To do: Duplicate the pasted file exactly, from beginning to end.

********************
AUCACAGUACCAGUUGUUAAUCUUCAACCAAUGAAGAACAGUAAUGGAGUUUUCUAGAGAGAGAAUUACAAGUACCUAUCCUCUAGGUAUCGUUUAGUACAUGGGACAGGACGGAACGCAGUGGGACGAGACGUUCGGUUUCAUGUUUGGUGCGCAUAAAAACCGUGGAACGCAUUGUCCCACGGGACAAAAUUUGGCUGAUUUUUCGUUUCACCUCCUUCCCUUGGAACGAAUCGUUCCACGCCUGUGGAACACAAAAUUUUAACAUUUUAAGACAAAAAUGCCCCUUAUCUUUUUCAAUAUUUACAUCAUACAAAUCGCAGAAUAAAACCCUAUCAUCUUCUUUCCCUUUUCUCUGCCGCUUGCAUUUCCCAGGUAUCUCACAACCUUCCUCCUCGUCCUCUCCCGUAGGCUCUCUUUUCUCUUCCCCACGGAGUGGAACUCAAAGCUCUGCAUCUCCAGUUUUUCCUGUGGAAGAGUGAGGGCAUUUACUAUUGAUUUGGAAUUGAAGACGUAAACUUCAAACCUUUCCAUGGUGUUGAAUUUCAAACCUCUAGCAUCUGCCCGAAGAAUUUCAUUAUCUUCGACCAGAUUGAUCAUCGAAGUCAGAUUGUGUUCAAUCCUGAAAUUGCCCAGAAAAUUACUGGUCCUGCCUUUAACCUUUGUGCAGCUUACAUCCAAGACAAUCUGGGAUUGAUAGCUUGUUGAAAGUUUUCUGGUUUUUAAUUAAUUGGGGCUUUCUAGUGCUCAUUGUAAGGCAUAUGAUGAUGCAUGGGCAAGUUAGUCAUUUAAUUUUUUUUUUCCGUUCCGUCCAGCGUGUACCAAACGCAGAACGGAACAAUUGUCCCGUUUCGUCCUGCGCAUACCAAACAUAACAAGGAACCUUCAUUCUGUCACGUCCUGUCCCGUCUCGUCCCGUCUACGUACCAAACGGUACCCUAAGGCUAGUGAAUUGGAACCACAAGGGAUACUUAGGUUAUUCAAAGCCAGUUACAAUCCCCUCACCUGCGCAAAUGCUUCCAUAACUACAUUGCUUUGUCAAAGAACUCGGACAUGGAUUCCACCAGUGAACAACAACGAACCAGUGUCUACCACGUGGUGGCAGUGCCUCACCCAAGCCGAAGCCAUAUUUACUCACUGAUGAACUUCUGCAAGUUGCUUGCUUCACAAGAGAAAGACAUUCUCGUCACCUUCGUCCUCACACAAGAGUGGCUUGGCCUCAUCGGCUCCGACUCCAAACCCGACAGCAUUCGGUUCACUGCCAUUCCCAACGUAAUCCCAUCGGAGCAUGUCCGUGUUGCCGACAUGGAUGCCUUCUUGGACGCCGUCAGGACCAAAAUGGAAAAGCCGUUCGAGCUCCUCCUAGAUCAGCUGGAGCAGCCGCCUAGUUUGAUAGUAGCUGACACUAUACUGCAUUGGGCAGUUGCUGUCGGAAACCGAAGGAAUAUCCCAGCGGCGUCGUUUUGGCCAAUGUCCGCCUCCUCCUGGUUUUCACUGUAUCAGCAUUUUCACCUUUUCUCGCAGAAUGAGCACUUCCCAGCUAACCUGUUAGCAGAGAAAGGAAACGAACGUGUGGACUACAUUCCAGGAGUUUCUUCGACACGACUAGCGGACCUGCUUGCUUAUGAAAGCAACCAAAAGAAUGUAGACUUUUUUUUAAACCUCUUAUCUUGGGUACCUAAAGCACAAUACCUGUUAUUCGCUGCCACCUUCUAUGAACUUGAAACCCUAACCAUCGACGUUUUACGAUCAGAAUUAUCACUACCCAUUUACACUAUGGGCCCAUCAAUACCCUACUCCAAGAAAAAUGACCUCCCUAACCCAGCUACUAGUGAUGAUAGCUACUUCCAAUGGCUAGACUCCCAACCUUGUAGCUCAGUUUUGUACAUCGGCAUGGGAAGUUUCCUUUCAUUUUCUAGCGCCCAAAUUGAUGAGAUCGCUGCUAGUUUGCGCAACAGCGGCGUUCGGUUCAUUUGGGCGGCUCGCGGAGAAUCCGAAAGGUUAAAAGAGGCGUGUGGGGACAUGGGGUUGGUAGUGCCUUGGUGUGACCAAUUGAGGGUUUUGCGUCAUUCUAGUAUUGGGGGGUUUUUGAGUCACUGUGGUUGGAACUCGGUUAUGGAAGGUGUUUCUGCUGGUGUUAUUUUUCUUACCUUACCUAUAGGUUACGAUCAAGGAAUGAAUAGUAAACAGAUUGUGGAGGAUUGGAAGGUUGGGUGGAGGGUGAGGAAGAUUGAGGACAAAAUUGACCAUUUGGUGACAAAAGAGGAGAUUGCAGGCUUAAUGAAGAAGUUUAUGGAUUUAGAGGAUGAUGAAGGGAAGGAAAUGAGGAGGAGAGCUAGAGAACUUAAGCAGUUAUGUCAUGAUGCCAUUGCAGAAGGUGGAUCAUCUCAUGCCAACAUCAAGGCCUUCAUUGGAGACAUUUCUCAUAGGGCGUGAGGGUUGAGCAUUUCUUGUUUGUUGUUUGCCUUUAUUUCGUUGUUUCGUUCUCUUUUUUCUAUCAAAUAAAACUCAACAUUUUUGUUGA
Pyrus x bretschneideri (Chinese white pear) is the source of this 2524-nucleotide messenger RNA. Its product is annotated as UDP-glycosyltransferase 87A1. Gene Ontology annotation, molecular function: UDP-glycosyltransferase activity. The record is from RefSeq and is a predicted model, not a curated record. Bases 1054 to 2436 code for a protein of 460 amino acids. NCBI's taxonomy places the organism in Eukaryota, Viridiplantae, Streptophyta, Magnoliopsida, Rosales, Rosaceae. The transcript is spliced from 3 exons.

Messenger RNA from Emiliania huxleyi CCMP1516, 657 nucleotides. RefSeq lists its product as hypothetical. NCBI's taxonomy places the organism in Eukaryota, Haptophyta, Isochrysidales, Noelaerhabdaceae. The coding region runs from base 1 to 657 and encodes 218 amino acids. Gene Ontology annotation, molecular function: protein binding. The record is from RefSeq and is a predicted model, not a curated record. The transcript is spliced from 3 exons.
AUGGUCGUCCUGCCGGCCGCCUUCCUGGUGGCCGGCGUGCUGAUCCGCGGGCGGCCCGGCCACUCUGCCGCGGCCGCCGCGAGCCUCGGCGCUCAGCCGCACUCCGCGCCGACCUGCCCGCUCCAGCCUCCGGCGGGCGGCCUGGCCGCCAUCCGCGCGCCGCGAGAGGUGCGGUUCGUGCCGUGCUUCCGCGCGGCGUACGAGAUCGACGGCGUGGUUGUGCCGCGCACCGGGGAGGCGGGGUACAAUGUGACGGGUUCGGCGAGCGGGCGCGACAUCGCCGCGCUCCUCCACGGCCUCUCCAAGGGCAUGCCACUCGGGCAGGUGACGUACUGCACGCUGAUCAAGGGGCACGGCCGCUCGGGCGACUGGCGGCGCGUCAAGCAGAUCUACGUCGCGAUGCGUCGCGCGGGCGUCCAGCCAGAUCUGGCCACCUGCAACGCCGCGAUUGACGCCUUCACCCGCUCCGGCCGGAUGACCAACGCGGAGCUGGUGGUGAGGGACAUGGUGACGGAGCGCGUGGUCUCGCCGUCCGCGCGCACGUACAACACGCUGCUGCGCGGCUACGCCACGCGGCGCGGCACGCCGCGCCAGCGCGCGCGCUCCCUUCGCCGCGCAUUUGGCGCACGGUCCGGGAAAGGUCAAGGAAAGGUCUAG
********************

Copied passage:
AUCACAGUACCAGUUGUUAAUCUUCAACCAAUGAAGAACAGUAAUGGAGUUUUCUAGAGAGAGAAUUACAAGUACCUAUCCUCUAGGUAUCGUUUAGUACAUGGGACAGGACGGAACGCAGUGGGACGAGACGUUCGGUUUCAUGUUUGGUGCGCAUAAAAACCGUGGAACGCAUUGUCCCACGGGACAAAAUUUGGCUGAUUUUUCGUUUCACCUCCUUCCCUUGGAACGAAUCGUUCCACGCCUGUGGAACACAAAAUUUUAACAUUUUAAGACAAAAAUGCCCCUUAUCUUUUUCAAUAUUUACAUCAUACAAAUCGCAGAAUAAAACCCUAUCAUCUUCUUUCCCUUUUCUCUGCCGCUUGCAUUUCCCAGGUAUCUCACAACCUUCCUCCUCGUCCUCUCCCGUAGGCUCUCUUUUCUCUUCCCCACGGAGUGGAACUCAAAGCUCUGCAUCUCCAGUUUUUCCUGUGGAAGAGUGAGGGCAUUUACUAUUGAUUUGGAAUUGAAGACGUAAACUUCAAACCUUUCCAUGGUGUUGAAUUUCAAACCUCUAGCAUCUGCCCGAAGAAUUUCAUUAUCUUCGACCAGAUUGAUCAUCGAAGUCAGAUUGUGUUCAAUCCUGAAAUUGCCCAGAAAAUUACUGGUCCUGCCUUUAACCUUUGUGCAGCUUACAUCCAAGACAAUCUGGGAUUGAUAGCUUGUUGAAAGUUUUCUGGUUUUUAAUUAAUUGGGGCUUUCUAGUGCUCAUUGUAAGGCAUAUGAUGAUGCAUGGGCAAGUUAGUCAUUUAAUUUUUUUUUUCCGUUCCGUCCAGCGUGUACCAAACGCAGAACGGAACAAUUGUCCCGUUUCGUCCUGCGCAUACCAAACAUAACAAGGAACCUUCAUUCUGUCACGUCCUGUCCCGUCUCGUCCCGUCUACGUACCAAACGGUACCCUAAGGCUAGUGAAUUGGAACCACAAGGGAUACUUAGGUUAUUCAAAGCCAGUUACAAUCCCCUCACCUGCGCAAAUGCUUCCAUAACUACAUUGCUUUGUCAAAGAACUCGGACAUGGAUUCCACCAGUGAACAACAACGAACCAGUGUCUACCACGUGGUGGCAGUGCCUCACCCAAGCCGAAGCCAUAUUUACUCACUGAUGAACUUCUGCAAGUUGCUUGCUUCACAAGAGAAAGACAUUCUCGUCACCUUCGUCCUCACACAAGAGUGGCUUGGCCUCAUCGGCUCCGACUCCAAACCCGACAGCAUUCGGUUCACUGCCAUUCCCAACGUAAUCCCAUCGGAGCAUGUCCGUGUUGCCGACAUGGAUGCCUUCUUGGACGCCGUCAGGACCAAAAUGGAAAAGCCGUUCGAGCUCCUCCUAGAUCAGCUGGAGCAGCCGCCUAGUUUGAUAGUAGCUGACACUAUACUGCAUUGGGCAGUUGCUGUCGGAAACCGAAGGAAUAUCCCAGCGGCGUCGUUUUGGCCAAUGUCCGCCUCCUCCUGGUUUUCACUGUAUCAGCAUUUUCACCUUUUCUCGCAGAAUGAGCACUUCCCAGCUAACCUGUUAGCAGAGAAAGGAAACGAACGUGUGGACUACAUUCCAGGAGUUUCUUCGACACGACUAGCGGACCUGCUUGCUUAUGAAAGCAACCAAAAGAAUGUAGACUUUUUUUUAAACCUCUUAUCUUGGGUACCUAAAGCACAAUACCUGUUAUUCGCUGCCACCUUCUAUGAACUUGAAACCCUAACCAUCGACGUUUUACGAUCAGAAUUAUCACUACCCAUUUACACUAUGGGCCCAUCAAUACCCUACUCCAAGAAAAAUGACCUCCCUAACCCAGCUACUAGUGAUGAUAGCUACUUCCAAUGGCUAGACUCCCAACCUUGUAGCUCAGUUUUGUACAUCGGCAUGGGAAGUUUCCUUUCAUUUUCUAGCGCCCAAAUUGAUGAGAUCGCUGCUAGUUUGCGCAACAGCGGCGUUCGGUUCAUUUGGGCGGCUCGCGGAGAAUCCGAAAGGUUAAAAGAGGCGUGUGGGGACAUGGGGUUGGUAGUGCCUUGGUGUGACCAAUUGAGGGUUUUGCGUCAUUCUAGUAUUGGGGGGUUUUUGAGUCACUGUGGUUGGAACUCGGUUAUGGAAGGUGUUUCUGCUGGUGUUAUUUUUCUUACCUUACCUAUAGGUUACGAUCAAGGAAUGAAUAGUAAACAGAUUGUGGAGGAUUGGAAGGUUGGGUGGAGGGUGAGGAAGAUUGAGGACAAAAUUGACCAUUUGGUGACAAAAGAGGAGAUUGCAGGCUUAAUGAAGAAGUUUAUGGAUUUAGAGGAUGAUGAAGGGAAGGAAAUGAGGAGGAGAGCUAGAGAACUUAAGCAGUUAUGUCAUGAUGCCAUUGCAGAAGGUGGAUCAUCUCAUGCCAACAUCAAGGCCUUCAUUGGAGACAUUUCUCAUAGGGCGUGAGGGUUGAGCAUUUCUUGUUUGUUGUUUGCCUUUAUUUCGUUGUUUCGUUCUCUUUUUUCUAUCAAAUAAAACUCAACAUUUUUGUUGA
Pyrus x bretschneideri (Chinese white pear) is the source of this 2524-nucleotide messenger RNA. Its product is annotated as UDP-glycosyltransferase 87A1. Gene Ontology annotation, molecular function: UDP-glycosyltransferase activity. The record is from RefSeq and is a predicted model, not a curated record. Bases 1054 to 2436 code for a protein of 460 amino acids. NCBI's taxonomy places the organism in Eukaryota, Viridiplantae, Streptophyta, Magnoliopsida, Rosales, Rosaceae. The transcript is spliced from 3 exons.

Messenger RNA from Emiliania huxleyi CCMP1516, 657 nucleotides. RefSeq lists its product as hypothetical. NCBI's taxonomy places the organism in Eukaryota, Haptophyta, Isochrysidales, Noelaerhabdaceae. The coding region runs from base 1 to 657 and encodes 218 amino acids. Gene Ontology annotation, molecular function: protein binding. The record is from RefSeq and is a predicted model, not a curated record. The transcript is spliced from 3 exons.
AUGGUCGUCCUGCCGGCCGCCUUCCUGGUGGCCGGCGUGCUGAUCCGCGGGCGGCCCGGCCACUCUGCCGCGGCCGCCGCGAGCCUCGGCGCUCAGCCGCACUCCGCGCCGACCUGCCCGCUCCAGCCUCCGGCGGGCGGCCUGGCCGCCAUCCGCGCGCCGCGAGAGGUGCGGUUCGUGCCGUGCUUCCGCGCGGCGUACGAGAUCGACGGCGUGGUUGUGCCGCGCACCGGGGAGGCGGGGUACAAUGUGACGGGUUCGGCGAGCGGGCGCGACAUCGCCGCGCUCCUCCACGGCCUCUCCAAGGGCAUGCCACUCGGGCAGGUGACGUACUGCACGCUGAUCAAGGGGCACGGCCGCUCGGGCGACUGGCGGCGCGUCAAGCAGAUCUACGUCGCGAUGCGUCGCGCGGGCGUCCAGCCAGAUCUGGCCACCUGCAACGCCGCGAUUGACGCCUUCACCCGCUCCGGCCGGAUGACCAACGCGGAGCUGGUGGUGAGGGACAUGGUGACGGAGCGCGUGGUCUCGCCGUCCGCGCGCACGUACAACACGCUGCUGCGCGGCUACGCCACGCGGCGCGGCACGCCGCGCCAGCGCGCGCGCUCCCUUCGCCGCGCAUUUGGCGCACGGUCCGGGAAAGGUCAAGGAAAGGUCUAG